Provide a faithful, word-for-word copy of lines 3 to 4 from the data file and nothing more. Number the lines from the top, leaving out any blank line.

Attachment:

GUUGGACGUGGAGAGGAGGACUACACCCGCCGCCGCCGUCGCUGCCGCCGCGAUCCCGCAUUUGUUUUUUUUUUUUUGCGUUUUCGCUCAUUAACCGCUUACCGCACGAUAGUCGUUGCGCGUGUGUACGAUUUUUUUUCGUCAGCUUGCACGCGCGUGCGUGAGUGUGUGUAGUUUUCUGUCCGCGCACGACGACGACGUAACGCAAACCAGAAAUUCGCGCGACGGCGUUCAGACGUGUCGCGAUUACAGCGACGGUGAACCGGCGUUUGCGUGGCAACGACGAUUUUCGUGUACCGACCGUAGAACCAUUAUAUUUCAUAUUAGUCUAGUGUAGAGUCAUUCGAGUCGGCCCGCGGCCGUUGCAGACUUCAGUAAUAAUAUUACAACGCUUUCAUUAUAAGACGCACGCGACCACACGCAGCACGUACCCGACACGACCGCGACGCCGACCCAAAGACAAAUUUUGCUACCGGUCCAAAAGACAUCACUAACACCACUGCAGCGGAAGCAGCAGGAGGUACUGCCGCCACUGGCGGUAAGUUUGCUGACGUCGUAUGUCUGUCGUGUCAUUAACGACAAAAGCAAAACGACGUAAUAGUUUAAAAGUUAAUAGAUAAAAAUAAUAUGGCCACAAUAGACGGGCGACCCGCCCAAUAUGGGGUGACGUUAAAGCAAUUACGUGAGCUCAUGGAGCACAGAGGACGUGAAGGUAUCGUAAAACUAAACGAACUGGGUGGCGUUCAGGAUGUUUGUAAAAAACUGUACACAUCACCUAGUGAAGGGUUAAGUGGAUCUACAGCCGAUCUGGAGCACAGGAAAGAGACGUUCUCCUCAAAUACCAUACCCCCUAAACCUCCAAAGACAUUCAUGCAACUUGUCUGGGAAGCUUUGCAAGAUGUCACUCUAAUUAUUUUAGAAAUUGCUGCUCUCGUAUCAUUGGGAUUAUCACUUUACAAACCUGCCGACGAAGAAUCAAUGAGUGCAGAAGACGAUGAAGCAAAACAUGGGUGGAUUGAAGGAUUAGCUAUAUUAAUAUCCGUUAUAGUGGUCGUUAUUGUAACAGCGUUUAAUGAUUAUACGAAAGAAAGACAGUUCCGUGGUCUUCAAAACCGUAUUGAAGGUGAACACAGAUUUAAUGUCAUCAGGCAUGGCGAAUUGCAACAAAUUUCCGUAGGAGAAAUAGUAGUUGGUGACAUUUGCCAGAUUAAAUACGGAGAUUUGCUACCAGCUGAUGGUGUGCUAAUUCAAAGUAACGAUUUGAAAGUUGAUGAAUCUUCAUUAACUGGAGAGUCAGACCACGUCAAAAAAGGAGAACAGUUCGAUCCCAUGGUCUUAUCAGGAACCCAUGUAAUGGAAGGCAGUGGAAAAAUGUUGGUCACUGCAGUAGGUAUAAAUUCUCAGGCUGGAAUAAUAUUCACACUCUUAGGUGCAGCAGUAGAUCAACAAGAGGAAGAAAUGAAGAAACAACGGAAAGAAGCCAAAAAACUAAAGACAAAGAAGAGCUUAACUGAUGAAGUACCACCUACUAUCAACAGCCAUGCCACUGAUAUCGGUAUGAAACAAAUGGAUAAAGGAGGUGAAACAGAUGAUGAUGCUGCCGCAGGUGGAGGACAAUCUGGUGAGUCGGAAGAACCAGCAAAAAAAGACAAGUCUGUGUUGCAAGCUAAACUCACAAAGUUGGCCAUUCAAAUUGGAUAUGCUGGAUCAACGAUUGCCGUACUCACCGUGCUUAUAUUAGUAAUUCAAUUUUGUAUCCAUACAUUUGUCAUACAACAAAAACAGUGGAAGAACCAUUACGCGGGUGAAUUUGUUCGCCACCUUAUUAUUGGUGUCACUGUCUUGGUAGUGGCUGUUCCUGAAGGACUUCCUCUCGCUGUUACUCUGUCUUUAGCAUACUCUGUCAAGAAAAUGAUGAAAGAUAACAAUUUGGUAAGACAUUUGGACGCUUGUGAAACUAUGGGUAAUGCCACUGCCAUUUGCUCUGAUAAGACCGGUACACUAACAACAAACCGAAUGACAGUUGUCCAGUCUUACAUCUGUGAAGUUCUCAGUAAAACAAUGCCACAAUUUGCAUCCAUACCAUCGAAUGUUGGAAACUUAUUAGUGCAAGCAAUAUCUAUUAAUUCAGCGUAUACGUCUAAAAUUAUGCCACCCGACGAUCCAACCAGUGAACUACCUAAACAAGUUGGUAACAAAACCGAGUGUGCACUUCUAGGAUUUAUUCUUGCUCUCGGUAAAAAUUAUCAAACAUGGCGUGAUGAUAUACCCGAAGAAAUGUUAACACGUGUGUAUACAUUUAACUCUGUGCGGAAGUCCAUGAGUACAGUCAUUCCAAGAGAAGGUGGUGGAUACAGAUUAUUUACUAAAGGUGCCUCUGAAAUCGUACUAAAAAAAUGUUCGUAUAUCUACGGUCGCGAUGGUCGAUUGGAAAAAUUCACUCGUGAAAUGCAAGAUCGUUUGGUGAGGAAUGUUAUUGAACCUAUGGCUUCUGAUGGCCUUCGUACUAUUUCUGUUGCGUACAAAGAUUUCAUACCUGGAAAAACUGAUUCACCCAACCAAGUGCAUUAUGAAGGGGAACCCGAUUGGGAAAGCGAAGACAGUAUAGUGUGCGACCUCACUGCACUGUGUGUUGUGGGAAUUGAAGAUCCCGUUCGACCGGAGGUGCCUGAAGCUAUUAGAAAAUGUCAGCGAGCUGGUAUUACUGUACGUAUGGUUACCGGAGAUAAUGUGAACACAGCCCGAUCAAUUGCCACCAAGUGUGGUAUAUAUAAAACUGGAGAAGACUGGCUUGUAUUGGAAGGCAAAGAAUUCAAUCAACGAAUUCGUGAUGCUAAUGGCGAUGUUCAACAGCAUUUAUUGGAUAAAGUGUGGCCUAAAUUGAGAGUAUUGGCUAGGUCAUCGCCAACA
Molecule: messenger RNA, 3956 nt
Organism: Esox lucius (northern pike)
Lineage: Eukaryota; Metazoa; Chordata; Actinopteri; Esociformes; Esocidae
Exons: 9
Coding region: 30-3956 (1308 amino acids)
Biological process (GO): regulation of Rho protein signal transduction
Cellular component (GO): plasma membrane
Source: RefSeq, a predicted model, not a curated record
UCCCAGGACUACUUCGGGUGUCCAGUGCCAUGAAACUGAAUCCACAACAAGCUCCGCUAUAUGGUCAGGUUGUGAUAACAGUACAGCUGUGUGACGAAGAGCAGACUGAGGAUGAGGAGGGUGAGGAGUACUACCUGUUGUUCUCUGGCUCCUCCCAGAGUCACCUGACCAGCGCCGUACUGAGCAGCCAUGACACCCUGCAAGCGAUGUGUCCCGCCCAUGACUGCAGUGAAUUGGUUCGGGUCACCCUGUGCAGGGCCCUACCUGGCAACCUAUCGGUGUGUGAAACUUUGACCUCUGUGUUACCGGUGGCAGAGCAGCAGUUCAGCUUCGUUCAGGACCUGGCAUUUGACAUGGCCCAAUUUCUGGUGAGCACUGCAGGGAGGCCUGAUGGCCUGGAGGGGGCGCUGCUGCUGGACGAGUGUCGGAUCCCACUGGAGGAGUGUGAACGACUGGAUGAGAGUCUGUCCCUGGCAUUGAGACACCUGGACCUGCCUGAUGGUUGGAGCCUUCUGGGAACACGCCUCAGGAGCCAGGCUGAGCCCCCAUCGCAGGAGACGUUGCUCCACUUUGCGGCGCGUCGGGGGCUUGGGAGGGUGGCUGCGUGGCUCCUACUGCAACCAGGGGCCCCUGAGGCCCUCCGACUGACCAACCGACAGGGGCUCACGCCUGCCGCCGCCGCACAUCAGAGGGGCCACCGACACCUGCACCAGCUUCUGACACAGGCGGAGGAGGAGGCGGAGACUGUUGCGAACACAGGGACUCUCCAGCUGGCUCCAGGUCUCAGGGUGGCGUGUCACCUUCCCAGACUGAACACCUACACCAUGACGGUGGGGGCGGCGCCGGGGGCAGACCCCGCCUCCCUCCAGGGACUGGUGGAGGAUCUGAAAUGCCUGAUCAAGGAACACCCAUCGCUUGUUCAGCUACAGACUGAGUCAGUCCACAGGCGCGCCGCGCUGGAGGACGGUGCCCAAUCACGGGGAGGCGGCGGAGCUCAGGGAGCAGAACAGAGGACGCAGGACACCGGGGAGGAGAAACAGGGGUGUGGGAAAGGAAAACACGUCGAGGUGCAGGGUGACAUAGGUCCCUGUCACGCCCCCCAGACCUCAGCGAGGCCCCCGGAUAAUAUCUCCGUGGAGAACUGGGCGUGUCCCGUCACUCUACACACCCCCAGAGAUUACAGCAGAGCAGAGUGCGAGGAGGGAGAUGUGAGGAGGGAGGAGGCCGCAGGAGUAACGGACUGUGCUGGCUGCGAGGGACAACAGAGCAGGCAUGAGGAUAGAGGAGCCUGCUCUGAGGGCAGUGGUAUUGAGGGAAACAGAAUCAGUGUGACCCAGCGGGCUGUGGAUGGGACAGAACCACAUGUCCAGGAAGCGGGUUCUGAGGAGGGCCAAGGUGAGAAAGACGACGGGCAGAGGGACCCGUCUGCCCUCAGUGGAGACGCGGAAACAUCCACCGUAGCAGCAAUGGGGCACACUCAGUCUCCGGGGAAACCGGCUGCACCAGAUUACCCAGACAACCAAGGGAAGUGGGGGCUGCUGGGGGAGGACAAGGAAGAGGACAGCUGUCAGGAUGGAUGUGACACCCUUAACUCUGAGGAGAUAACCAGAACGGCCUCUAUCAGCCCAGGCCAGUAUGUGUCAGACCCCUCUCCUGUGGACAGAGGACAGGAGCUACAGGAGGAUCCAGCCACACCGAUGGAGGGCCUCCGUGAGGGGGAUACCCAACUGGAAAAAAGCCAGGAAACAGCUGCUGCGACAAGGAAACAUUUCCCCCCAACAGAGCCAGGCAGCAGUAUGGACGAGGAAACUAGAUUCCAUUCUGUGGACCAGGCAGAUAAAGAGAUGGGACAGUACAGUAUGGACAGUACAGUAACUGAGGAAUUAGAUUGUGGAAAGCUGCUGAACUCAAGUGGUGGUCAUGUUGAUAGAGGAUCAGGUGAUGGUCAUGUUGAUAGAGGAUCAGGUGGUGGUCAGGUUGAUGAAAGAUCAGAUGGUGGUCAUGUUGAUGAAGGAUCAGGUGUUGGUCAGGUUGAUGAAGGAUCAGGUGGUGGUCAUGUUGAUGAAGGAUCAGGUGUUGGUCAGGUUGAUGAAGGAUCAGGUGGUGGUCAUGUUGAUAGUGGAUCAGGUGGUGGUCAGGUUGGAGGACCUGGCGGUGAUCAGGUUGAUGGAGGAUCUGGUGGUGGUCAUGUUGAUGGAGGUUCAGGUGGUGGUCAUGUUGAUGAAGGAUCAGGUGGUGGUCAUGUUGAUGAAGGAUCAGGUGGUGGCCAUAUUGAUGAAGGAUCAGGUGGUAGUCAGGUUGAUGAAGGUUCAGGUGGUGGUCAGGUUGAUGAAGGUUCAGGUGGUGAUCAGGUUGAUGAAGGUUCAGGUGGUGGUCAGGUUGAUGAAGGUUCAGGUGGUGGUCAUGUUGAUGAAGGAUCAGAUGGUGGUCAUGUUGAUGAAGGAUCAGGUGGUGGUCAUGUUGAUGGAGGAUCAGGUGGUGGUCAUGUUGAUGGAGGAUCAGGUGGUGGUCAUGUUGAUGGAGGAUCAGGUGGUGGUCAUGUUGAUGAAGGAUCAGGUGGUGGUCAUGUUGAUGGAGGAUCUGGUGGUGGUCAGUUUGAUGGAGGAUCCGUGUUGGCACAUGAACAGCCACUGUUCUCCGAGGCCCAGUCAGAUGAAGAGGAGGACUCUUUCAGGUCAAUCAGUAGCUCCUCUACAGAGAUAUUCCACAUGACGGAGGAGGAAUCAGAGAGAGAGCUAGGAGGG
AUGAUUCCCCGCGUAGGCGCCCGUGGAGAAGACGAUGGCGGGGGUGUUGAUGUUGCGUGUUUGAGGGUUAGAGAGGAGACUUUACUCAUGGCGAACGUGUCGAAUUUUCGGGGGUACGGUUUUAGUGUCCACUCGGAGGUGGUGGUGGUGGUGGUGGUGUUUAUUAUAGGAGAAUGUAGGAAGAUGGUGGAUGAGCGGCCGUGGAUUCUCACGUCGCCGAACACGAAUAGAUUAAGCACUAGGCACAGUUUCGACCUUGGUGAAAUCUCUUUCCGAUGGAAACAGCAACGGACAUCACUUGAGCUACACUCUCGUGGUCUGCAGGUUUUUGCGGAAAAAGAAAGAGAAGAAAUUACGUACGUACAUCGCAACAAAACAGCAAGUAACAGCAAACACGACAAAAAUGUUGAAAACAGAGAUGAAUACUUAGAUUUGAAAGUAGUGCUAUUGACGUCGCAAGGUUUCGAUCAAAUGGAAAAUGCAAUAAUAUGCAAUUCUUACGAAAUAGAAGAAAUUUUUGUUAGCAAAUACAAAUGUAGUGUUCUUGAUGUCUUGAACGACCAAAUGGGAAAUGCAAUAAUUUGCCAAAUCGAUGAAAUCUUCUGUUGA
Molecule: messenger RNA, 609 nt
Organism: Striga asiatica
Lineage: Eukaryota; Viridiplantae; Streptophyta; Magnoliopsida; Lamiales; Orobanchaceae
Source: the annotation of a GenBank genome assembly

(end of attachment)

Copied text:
Organism: Esox lucius (northern pike)
Lineage: Eukaryota; Metazoa; Chordata; Actinopteri; Esociformes; Esocidae